Search Images Maps Play YouTube News Gmail Drive More »
Sign in
Screen reader users: click this link for accessible mode. Accessible mode has the same essential features but works better with your reader.

Patents

  1. Advanced Patent Search
Publication numberUS1381331 A
Publication typeGrant
Publication dateJun 14, 1921
Filing dateSep 8, 1919
Publication numberUS 1381331 A, US 1381331A, US-A-1381331, US1381331 A, US1381331A
InventorsCharles Pohl
Export CitationBiBTeX, EndNote, RefMan
External Links: USPTO, USPTO Assignment, Espacenet
Fuel-feed system
US 1381331 A
Images(1)
Previous page
Next page
Description  (OCR text may contain errors)

C. POHL.

FUEL FEED SYSTEM.

APPLlCATlON man SEPT. 8. ms.

Patented June 14, 1921.

I n I UNITED STATES PATENT OFFICE.

,GHARLES POHL, OF LOS ANGELES, CALIFORNIA, ASSIGNOR TO JOHN 0. KING, OF LOS ANGELES, CALIFORNIA.

FUEL-FEED SYSTEM.

Specification of Letters Patent.

Patented June 14, 1921.

Application filed September 8, 1919. Serial No. 322,327.

To all whom it may concern:

Be it known that I, CHARLES Form, a citizen of the United States, residing at Los Angeles, in the county of Los Angeles and State of California, have invented a new and useful F uel-Feed System, of which the following is a specification. i

This invention relates to liquid fuel carbure ting' systems and has more particular relation to auxiliary carbureting means for supplying a combustible mixtureto an internal combustion engine, automatically controlled by the speed of the engine and independent of the main carburetor.

' The object of the invention is to provide an improved system of liquid fuel carburation whichconsists of combining a fuel mist drawn from the gasolene supply tank above the liquid level, with heated air created in a heat chamber and entraining the resulting combustible mixture into the intake manifold of the engine between the engine and the main carbureter and which further con sists of automatically controlling said mixture by the speed of the engine.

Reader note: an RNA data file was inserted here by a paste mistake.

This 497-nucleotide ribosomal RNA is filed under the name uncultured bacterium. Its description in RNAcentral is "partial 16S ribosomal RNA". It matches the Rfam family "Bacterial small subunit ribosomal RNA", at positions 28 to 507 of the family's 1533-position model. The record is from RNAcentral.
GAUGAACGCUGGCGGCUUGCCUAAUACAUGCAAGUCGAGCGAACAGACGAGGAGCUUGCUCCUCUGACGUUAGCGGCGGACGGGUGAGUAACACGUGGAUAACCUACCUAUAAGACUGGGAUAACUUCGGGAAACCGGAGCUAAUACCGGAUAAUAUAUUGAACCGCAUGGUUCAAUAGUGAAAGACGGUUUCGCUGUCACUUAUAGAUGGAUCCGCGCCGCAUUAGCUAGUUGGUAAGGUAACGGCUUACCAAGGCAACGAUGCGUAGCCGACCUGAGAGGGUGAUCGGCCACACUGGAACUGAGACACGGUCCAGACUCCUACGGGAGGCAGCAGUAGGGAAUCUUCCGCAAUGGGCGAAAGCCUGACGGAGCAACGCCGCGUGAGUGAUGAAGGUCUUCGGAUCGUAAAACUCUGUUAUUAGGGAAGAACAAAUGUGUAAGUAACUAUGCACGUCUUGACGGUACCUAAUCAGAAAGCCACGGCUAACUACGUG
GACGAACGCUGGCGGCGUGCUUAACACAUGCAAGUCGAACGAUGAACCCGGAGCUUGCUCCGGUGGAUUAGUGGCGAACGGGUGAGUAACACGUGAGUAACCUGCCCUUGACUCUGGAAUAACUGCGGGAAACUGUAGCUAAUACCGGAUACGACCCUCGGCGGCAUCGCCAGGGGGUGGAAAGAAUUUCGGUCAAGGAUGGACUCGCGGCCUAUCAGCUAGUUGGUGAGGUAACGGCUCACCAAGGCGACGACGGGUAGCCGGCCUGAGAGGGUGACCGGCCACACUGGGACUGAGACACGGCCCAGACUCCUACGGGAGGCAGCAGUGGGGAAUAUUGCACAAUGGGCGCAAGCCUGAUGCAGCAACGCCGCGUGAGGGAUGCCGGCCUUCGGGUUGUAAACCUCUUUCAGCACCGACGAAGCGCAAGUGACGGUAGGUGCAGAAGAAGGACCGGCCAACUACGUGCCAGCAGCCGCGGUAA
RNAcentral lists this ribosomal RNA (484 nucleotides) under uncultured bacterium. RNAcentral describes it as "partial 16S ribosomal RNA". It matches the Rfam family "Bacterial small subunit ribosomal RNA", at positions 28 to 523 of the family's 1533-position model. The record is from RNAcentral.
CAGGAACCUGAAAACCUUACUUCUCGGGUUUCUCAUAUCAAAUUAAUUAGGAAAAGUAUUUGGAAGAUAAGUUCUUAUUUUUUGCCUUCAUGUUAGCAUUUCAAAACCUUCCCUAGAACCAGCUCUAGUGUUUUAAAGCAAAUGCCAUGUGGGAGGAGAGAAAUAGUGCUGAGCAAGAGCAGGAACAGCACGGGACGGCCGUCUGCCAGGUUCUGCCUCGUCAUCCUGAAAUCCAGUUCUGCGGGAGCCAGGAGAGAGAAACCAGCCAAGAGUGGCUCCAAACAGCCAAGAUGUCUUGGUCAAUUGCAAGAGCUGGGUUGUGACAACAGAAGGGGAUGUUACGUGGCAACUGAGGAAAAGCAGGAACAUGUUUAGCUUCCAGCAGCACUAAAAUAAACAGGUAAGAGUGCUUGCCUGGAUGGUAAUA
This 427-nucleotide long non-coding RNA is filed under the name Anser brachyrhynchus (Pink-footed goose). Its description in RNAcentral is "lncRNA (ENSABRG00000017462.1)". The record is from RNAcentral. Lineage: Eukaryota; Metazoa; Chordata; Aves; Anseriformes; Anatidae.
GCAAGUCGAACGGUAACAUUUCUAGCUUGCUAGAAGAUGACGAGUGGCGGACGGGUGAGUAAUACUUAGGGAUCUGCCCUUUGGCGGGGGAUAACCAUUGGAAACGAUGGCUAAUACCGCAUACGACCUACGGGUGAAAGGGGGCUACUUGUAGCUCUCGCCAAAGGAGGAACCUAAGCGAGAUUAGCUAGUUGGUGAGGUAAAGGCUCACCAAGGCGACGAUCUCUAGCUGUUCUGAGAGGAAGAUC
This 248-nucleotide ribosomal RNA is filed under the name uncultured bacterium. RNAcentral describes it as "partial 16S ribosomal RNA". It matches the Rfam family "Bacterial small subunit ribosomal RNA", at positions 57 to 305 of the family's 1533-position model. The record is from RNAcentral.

Further objects relate to the combination of elements and arrangement of parts utilized in applying the system to the standard form of automobile engine and equipment.

Various other objects and advantages will more fully appear in the subjoined detailed specification.

In the accompanying drawing which illustratesa preferred form of embodiment of the invention:

Figure l is 'an elevation of a conventional automobile engine and gasolene supply tank, showing the application of my improved device thereto. 4

Fig. 2 is anenlarged linesv -m of Fig. 1. a

Fig. 3 is an enlarged detail section on line w m of'Fig. 2.

Fig.4 is an enlarged detail section on line ar -w of Fig. 1.

Fig. 5 is an enlarged detail section on line fi-w of Fig. 4.

In the drawings, 1 designates the engine having the exhaust'manifold 2, the intake detail section on manifold 3, and the main carburetor 4. The

gasolene supply conduit 6. The strainer unit which is incorporated in the intake conduit comprises a body portion 7 having a wire screen 8 and clamped in position be tween the carbureter and intake manifold by suitable bolts 9-9.

An elbow fitting 10 is screw threaded into the intake manifold 3 and connects with an auxiliary control valve fitting 11 having a valve seat 12 and a cooperating ball valve 13 normally yieldingly retained upon said seat by a spring 14. Connected to the valve fitting 11 is a T fitting providing a mixing tube 15, one end thereof being provided with a cup-shaped breaking screen 16 and connected by a conduit 17 to the top of the gasolene supplytank 5 above the liquid level.

'As shown, the connection is through the filling cap 18 but'it is obvious that. it may connect through any portion of the tank which is above the liquid level. The filling cap is provided with the usual safety vent 20.

A cup-like casing 21, providing a heat chamber 22, engages over the outer periphery of the exhaust manifold 2 and is secured in place by straps 2823, or any other suitable means, the walls of the casing being contoured to fit the outer surface of the manifold, leaving a small intake port 24. Thiscasing, being constructed of relatively thick cast iron, holds the heat generatedby the manifold, which causes the air drawn into the chamber to become heated, thereby producing a supply of heated air. This heated air is drawn from the chamber, through a conduit 25, to the end of the mixing tube 15 opposite to that which connects with the conduit. 17, said conduit 25 being coiled to form an intermediate cooling coil 26.